Candy.com switched within its first year to a shopping cart platform from 3dcart Shopping Carts, an on-demand technology that it pays for with a monthly subscription. The retailer's second choice of shopping cart technology offers a strong selection of built-in features, and the retailer can easily plug in external applications that serve particular needs, Balestrieri says. In effect, he adds, 3dcart represents a new breed: a basic shopping cart technology platform that has evolved to offer many of the features and the flexibility of more expensive software.
The payoff, Balestrieri says, shows up in sales on Candy.com that have grown quickly, reaching $1.8 million in 2010 and on pace to surpass $5 million this year.
Helping to drive those sales, he says, have been built-in features like customer reviews, a gift registry, a wish list, and a customer relationship management application that enables customer service reps to assist customers while accessing records of their previous purchase transactions.
Candy.com also uses several plug-ins of external applications for which 3dcart provides connections through means such as application programming interfaces, or APIs. These external applications include shipping software from TrueShip, which provides packing slips and shipping labels for handing off shipments to carriers UPS and FedEx Corp.; integration with ShopRunner's expedited shipping program, which provides customers two-day shipping for no cost beyond an annual $79 fee; GoDataFeed, which forwards product images and details to manage product listings on web marketplaces and comparison shopping engines; and an advanced site search application from FusionBot.com, which enables shoppers on Candy.com to narrow search results by such parameters as price, brand and eligibility for expedited shipping deals through ShopRunner.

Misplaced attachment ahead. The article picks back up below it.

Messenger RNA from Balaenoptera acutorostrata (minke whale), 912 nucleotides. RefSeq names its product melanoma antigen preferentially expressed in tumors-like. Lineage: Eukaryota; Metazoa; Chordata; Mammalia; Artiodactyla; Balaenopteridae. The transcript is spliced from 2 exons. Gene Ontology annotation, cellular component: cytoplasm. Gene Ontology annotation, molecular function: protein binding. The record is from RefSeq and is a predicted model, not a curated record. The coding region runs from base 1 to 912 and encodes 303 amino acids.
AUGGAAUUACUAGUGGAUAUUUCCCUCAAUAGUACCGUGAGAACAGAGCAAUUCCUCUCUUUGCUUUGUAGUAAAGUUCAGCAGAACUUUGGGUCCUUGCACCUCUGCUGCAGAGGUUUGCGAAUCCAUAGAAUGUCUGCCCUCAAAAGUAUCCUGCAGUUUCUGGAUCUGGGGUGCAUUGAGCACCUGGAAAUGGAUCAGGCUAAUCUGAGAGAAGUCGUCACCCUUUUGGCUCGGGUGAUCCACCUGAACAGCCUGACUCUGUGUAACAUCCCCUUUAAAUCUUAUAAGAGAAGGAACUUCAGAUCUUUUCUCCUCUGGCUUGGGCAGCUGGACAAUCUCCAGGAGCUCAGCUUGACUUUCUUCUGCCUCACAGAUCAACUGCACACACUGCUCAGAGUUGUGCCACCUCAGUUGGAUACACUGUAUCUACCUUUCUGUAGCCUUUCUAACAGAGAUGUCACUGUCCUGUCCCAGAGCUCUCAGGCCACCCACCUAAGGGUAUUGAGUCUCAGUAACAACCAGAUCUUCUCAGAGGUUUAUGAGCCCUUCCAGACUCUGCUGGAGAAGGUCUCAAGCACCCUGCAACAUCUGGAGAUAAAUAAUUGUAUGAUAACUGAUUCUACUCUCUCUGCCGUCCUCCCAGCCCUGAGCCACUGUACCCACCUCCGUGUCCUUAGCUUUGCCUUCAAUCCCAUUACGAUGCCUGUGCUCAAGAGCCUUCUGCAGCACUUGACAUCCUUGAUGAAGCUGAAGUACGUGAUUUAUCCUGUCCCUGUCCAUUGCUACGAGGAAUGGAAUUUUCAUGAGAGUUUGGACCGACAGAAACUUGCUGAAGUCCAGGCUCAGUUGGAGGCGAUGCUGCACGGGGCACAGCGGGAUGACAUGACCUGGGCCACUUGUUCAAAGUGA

3dcart also provides integration with popular applications like customer reviews from Bazaarvoice and PowerReviews Inc. For now, though, Candy.com has decided to stick with 3dcart's built-in customer reviews application, which offers such basic features of a ratings and reviews application as ratings of up to five stars, the date recorded for each review and a record of each reviewer's e-mail address, Balestrieri says.
Managing the back end
What 3dcart doesn't offer—the back-end applications for managing inventory records and finances, for example—Candy.com gets from NetSuite Inc., a provider of a full suite of business management software with an available e-commerce module. Candy.com had considered using NetSuite for its e-commerce site and for the back-end business software, but felt the 3dcart platform offered stronger pre-built merchandising tools, such as for presenting large product images and features like a gift registry and wish list, Balestrieri says.
Subscriptions to 3dcart's software are based on the number of products a retailer sells and monthly traffic volume. Prices range from $19.99 per month for up to 100 products and about 4,000 monthly visitors, to $129.99 per month for an unlimited number of products and about 90,000 monthly visitors. Discounts apply if retailers pay for a full year at once.